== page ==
'Only Lovers Left Alive': Jim Jarmusch Presents A Bittersweet Eternity
There’s money in the romanticized view of vampires – sexy, soft-spoken and philosophical. Writer, director and oddball Jim Jarmusch contributed his own piece to the ever-growing sub-genre while adding notions of his own with Only Lovers Left Alive. The result is a bit mixed, but makes for a fascinating experiment.
Only Lovers Left Alive creates an atmosphere and complete mythology in two hours. The vampires that we meet are very long lived. They have nurtured levels of society, influencing the arts, music and sciences; John Hurt plays the vampire Marlowe who, in fact, is author Christopher Marlowe. These days, vampires keep themselves largely segregated and are no longer predatory. They rarely drink directly from humans because of the toxins now in our bodies; they worry about the drugs, the poor dieting, the chemicals, and disease. AIDS and hepatitis are repeatedly mentioned and highly feared. Blood poisoning has been killing the vampire population in great numbers. Most these days use hospitals and blood clinics to obtain “the good stuff” — untainted type O-negative blood is apparently quite tasty. They’ll drink the blood out of martini glasses, fine wine flutes, and freeze it as popsicles.
The lovers in question are Adam (Tom Hiddleston) and Eve (Tilda Swinton), named for Mark Twain’s The Dairies of Adam and Eve, though the Biblical connotation is unavoidable. They have been living apart for some time — Eve in Tangier and Adam in Detroit — though their separation does not stem from problems in their relationship, just a difference in geographical preference. Both are quite old; it is implied Eve was turned roughly two thousand years ago, while Adam is a few hundred years old. They’re both admittedly hipsters in their sense of style in clothing, reading, technologically and are both disaffected with general ennui. They refer to all humans as zombies, emanate a bourgeois taste, eschew anything popular while also decrying and rejecting most of modern society for all its many flaws, yet offering no solution.
Adam is musically blessed but prefers his great works to remain uncredited and underground; he lives in an isolated and dilapidated home and refuses all visitors. including fans that have tracked him down. He’s going through a mid-un-life crisis and considering suicide via wooden bullet. His existential angst brings Eve to Detroit and they reunite politely and happily. They have an old world courtesy and a bone deep affection. Jarmusch’s picturesque and artistic direction flourish throughout, juxtaposing their lives in dimly lit and messy homes against the crumbling of society in long drives around Detroit. They sleep deeply and in the nude, two pale and protean bodies against a dark satin river. It’s that juxtaposition of light and dark, a chiaroscuro with muted palettes that are as thematic as the authors, musicians, poets and scientists pictured along the capacious wall Adam keeps in his house. This is all how Jarmusch renders the concept of eternity; the world changes around them but they are unmoved. It’s undeniably solitary and lacks the romanticism that immortality is usually given in fiction. Here, it is a boredom that shares a room with indifference.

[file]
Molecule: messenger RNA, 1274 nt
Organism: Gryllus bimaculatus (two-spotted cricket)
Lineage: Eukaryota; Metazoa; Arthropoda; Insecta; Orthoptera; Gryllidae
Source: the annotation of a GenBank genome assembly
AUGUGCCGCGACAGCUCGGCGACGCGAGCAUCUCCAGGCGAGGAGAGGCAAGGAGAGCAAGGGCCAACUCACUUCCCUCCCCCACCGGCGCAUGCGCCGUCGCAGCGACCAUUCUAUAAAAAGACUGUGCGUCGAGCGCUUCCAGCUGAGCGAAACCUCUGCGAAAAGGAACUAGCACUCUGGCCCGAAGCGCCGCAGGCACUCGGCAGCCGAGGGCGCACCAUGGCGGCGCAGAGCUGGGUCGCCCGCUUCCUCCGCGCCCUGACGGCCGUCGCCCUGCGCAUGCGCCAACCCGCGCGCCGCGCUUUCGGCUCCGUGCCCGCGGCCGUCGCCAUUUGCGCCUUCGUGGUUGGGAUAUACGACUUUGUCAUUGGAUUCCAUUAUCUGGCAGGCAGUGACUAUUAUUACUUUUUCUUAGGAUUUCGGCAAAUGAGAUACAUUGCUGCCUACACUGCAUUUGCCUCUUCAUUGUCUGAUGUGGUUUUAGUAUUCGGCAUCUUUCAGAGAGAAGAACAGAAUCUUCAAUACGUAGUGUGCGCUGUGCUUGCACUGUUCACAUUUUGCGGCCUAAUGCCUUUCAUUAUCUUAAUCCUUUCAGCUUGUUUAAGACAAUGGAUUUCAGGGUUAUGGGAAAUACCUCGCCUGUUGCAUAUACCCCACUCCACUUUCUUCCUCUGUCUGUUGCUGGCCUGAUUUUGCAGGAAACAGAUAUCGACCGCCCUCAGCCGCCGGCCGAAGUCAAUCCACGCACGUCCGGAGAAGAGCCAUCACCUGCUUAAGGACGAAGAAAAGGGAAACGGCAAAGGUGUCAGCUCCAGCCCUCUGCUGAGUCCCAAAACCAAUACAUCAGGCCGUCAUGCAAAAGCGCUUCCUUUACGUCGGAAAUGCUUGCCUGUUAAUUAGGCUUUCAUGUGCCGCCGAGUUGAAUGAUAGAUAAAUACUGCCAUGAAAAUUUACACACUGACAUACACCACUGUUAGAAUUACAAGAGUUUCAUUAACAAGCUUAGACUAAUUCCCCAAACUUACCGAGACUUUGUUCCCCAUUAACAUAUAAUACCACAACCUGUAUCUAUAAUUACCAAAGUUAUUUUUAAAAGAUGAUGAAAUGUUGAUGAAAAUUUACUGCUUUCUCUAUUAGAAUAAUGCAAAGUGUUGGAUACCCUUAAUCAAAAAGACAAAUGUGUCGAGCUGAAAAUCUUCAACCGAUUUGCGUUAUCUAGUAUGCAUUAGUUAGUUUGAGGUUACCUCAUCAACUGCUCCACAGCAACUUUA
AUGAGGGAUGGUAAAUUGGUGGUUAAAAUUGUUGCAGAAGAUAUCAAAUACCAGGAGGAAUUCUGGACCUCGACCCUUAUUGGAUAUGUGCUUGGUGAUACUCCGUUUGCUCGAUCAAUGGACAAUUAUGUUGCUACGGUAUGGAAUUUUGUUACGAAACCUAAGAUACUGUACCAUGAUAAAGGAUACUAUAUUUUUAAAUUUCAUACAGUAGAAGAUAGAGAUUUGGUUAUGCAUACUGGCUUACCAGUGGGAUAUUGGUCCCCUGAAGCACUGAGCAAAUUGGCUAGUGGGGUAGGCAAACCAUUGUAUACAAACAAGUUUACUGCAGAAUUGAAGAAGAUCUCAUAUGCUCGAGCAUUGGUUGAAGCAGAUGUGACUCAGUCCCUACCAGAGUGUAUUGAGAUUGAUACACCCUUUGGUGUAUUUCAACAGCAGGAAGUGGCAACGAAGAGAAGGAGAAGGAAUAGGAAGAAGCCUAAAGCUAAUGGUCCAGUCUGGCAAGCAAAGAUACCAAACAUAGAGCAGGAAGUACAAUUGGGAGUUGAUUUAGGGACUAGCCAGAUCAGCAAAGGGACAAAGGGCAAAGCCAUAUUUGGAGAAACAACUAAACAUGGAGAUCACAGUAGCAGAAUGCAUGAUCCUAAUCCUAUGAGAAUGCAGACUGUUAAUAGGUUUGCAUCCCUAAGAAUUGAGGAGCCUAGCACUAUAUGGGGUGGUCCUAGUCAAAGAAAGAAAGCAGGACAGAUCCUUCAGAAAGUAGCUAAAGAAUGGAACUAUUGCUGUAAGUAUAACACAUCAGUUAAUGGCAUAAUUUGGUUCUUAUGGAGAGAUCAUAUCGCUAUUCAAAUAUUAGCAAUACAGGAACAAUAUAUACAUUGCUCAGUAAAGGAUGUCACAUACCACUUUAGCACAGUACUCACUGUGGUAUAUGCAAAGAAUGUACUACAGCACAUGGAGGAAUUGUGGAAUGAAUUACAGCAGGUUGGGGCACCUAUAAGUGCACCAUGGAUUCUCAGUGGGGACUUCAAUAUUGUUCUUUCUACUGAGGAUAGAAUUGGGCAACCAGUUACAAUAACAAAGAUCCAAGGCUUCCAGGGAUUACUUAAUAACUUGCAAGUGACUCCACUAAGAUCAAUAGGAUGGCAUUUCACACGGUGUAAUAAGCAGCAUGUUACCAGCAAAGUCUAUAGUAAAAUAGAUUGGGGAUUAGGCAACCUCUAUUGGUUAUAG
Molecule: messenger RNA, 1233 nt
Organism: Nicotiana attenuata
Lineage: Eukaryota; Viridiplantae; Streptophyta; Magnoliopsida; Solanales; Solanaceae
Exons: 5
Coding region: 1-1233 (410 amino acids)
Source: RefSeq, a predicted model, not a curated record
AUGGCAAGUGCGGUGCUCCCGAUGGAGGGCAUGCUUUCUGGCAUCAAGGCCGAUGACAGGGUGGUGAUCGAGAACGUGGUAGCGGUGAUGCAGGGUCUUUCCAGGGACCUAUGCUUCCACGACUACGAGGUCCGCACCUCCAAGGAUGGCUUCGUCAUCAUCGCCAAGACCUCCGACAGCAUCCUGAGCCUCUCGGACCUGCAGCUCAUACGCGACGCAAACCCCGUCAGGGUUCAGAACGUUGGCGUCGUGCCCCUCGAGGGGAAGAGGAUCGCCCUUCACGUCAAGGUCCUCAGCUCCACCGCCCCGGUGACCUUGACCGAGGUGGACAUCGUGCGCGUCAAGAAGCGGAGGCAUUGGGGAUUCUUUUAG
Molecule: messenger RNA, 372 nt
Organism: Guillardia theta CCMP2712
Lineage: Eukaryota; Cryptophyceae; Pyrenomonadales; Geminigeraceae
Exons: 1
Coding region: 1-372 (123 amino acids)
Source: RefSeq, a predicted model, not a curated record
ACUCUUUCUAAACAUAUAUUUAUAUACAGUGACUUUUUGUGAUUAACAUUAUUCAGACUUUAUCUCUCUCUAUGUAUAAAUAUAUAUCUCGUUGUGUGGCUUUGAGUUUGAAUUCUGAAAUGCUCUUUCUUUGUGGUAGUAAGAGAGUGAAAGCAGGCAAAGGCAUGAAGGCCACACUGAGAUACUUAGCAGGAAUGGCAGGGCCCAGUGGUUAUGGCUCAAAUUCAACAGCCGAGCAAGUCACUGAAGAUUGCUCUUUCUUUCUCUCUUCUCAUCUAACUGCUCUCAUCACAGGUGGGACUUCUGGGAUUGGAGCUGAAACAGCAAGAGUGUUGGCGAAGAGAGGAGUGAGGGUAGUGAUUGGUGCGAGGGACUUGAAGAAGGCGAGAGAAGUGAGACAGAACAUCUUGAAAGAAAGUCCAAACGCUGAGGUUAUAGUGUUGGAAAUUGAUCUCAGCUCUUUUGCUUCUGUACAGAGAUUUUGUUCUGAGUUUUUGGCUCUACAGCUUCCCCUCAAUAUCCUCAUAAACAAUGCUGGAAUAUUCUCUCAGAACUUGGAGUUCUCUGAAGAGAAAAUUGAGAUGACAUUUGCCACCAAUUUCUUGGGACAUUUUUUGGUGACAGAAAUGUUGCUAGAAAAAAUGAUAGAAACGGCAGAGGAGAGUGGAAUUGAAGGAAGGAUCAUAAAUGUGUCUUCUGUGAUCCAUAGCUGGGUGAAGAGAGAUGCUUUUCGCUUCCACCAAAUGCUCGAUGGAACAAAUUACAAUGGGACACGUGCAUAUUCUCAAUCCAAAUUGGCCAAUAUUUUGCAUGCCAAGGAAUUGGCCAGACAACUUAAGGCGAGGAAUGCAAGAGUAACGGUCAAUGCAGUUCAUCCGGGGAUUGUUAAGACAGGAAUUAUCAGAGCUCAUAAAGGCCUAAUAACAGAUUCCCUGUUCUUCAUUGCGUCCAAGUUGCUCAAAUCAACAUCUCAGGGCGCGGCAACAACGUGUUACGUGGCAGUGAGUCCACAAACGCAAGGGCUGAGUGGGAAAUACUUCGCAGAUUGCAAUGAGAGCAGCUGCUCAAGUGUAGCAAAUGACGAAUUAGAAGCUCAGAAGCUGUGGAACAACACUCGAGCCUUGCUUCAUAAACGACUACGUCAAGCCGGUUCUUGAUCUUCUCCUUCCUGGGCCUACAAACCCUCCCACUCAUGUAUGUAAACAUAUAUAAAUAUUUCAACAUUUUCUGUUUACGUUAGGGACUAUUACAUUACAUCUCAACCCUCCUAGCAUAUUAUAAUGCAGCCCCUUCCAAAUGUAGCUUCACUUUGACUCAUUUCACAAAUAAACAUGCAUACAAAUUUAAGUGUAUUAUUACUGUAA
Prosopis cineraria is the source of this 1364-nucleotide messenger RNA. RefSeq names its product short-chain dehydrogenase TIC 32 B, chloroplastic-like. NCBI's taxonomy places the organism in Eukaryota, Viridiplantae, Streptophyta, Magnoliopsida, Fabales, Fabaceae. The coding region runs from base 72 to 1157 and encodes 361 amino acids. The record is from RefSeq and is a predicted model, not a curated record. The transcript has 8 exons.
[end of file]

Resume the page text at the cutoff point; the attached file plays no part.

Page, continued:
Adam and Eve’s indifference and boredom are meant to be experienced by the audience. Unfortunately, Jarmusch’s translation is too complete. The film can be plodding in its drifting, plotless lethargy. Their languid existence becomes our own, and that was the point, but if a more substantial conflict was entirely off the table, then a ten or twelve minute cut from the runtime would have been welcome. The energy does not entirely remain low, however. Eve’s ne’er do well sister, Ava (Mia Wasikowska) adds some movement to the proceedings, though her stay is brief. She’s a walking problem who hasn’t been seen for eighty-seven years. She’s impulsive and self-centered; turned as a teenager, she’s forever stuck in that transitional stage.
Like most films he’s in and all the films he isn’t, Only Lovers Left Alive suffers from a general lack of Jeffrey Wright. His Dr. Watson is seedy, strange, needling and every bit as ethereal as everything else in the story. He has two fleeting scenes, both shared with Adam (whom he knows, of course, as Dr. Faust), that ring of subtle accusation and growing understanding. Had Dr. Watson been developed further, maybe as a possible threat, the film’s energy would have been boosted and could have been given a through-line to the story rather than it being a series of thematically connected vignettes.
This is an art house film by an unapologetic and beloved indie director. It’s restrained, elegiac and almost lyrical, which makes it as unique as it is in equal measures both labored and immersive. I would recommend it, but like anything else, it comes with an asterisk.